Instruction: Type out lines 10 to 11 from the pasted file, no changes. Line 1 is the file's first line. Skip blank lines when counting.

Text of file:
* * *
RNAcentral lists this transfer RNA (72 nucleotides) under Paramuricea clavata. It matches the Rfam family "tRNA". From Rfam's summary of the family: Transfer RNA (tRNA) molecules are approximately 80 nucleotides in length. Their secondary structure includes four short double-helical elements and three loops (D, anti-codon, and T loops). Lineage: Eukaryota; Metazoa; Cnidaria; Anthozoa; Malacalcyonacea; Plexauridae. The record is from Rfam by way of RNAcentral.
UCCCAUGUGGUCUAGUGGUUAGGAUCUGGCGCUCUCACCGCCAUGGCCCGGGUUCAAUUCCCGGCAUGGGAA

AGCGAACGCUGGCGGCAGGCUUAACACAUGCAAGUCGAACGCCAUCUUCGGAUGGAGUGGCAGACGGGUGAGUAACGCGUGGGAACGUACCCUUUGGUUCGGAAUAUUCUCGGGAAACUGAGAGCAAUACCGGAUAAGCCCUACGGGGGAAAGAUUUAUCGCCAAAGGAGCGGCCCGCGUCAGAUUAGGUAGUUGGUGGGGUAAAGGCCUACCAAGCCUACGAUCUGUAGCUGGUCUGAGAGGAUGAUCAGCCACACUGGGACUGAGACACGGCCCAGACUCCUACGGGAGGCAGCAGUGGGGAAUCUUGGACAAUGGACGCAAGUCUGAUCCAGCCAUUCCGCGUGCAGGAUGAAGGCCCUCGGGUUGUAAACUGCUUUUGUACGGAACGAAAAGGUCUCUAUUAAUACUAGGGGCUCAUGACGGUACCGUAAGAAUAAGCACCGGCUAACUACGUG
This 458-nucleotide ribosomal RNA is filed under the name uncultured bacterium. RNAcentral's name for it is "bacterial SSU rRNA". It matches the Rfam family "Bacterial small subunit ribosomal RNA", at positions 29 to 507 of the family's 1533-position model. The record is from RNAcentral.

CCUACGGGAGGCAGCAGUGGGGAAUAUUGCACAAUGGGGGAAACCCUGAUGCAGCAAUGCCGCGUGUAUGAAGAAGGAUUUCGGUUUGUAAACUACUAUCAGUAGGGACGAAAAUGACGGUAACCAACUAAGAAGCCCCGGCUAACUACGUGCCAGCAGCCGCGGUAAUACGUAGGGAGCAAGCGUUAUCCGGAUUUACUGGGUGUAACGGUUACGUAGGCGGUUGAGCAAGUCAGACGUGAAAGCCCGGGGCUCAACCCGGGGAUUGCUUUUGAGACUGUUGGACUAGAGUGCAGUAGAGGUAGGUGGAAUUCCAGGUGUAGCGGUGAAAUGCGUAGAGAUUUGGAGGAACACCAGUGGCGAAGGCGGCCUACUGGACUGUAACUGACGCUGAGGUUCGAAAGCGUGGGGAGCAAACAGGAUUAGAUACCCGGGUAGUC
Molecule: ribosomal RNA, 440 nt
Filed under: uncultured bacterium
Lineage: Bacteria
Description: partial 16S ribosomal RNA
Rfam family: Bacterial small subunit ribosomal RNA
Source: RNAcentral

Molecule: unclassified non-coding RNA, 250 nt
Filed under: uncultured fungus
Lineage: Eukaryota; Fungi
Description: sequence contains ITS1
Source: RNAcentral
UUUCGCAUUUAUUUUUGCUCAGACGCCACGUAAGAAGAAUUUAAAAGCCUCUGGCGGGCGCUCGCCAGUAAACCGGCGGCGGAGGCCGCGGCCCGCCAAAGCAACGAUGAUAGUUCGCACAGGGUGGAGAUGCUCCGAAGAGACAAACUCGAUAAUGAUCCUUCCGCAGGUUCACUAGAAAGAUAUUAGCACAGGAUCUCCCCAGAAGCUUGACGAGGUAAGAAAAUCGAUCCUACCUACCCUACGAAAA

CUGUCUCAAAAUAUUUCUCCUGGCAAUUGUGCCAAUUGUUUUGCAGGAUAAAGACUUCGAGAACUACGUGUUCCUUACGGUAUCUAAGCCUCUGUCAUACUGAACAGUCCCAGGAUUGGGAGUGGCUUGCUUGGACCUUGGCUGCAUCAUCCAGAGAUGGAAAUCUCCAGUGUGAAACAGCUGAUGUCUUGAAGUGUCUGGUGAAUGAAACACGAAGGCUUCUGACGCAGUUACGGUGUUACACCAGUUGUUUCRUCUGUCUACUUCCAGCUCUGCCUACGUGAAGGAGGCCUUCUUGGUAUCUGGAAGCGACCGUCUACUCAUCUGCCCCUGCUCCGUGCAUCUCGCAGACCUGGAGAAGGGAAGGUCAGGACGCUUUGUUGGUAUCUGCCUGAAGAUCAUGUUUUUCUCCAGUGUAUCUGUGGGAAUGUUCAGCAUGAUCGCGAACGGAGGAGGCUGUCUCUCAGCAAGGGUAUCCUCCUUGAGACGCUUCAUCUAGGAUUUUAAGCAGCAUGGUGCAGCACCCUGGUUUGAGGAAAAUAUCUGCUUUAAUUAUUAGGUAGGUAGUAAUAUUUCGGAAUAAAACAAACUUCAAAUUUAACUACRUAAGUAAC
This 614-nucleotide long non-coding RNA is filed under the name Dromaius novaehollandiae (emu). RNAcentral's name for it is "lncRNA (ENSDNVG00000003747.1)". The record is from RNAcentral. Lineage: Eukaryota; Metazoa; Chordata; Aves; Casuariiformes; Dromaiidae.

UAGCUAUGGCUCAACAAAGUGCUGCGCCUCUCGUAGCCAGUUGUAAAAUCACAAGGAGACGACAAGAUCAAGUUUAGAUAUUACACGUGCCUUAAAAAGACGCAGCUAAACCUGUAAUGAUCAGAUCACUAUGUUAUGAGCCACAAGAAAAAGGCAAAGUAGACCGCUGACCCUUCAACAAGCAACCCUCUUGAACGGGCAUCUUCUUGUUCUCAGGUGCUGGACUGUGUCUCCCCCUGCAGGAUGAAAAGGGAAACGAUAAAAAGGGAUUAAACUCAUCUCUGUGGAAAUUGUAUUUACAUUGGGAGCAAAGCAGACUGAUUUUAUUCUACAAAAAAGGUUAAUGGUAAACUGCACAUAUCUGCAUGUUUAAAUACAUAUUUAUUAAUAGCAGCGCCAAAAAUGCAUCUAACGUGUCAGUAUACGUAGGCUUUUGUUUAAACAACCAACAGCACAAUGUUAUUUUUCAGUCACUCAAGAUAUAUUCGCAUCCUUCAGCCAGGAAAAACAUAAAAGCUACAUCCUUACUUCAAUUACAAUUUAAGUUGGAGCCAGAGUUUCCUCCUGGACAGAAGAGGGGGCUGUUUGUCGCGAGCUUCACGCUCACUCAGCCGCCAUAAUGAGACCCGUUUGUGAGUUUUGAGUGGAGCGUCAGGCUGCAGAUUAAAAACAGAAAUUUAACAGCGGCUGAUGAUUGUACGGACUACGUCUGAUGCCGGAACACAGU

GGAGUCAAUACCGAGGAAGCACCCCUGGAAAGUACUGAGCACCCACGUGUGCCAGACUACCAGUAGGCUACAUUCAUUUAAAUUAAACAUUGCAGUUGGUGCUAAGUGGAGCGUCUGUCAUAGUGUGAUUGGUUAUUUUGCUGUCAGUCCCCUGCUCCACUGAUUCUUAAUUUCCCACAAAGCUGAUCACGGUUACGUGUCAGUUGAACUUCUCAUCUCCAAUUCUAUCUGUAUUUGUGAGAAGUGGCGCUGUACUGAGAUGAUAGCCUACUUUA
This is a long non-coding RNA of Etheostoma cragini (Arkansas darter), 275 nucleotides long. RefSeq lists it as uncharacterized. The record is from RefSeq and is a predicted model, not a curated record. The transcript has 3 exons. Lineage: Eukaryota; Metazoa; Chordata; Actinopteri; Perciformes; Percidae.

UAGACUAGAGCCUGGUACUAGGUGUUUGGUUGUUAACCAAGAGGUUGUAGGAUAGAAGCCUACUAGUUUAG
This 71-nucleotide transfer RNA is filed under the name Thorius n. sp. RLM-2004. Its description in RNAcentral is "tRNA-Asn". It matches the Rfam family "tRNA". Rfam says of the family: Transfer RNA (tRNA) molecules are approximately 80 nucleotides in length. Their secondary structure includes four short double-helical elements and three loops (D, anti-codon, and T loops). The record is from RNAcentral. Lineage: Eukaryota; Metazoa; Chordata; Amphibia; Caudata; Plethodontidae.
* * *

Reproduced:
Rfam family: Bacterial small subunit ribosomal RNA
Source: RNAcentral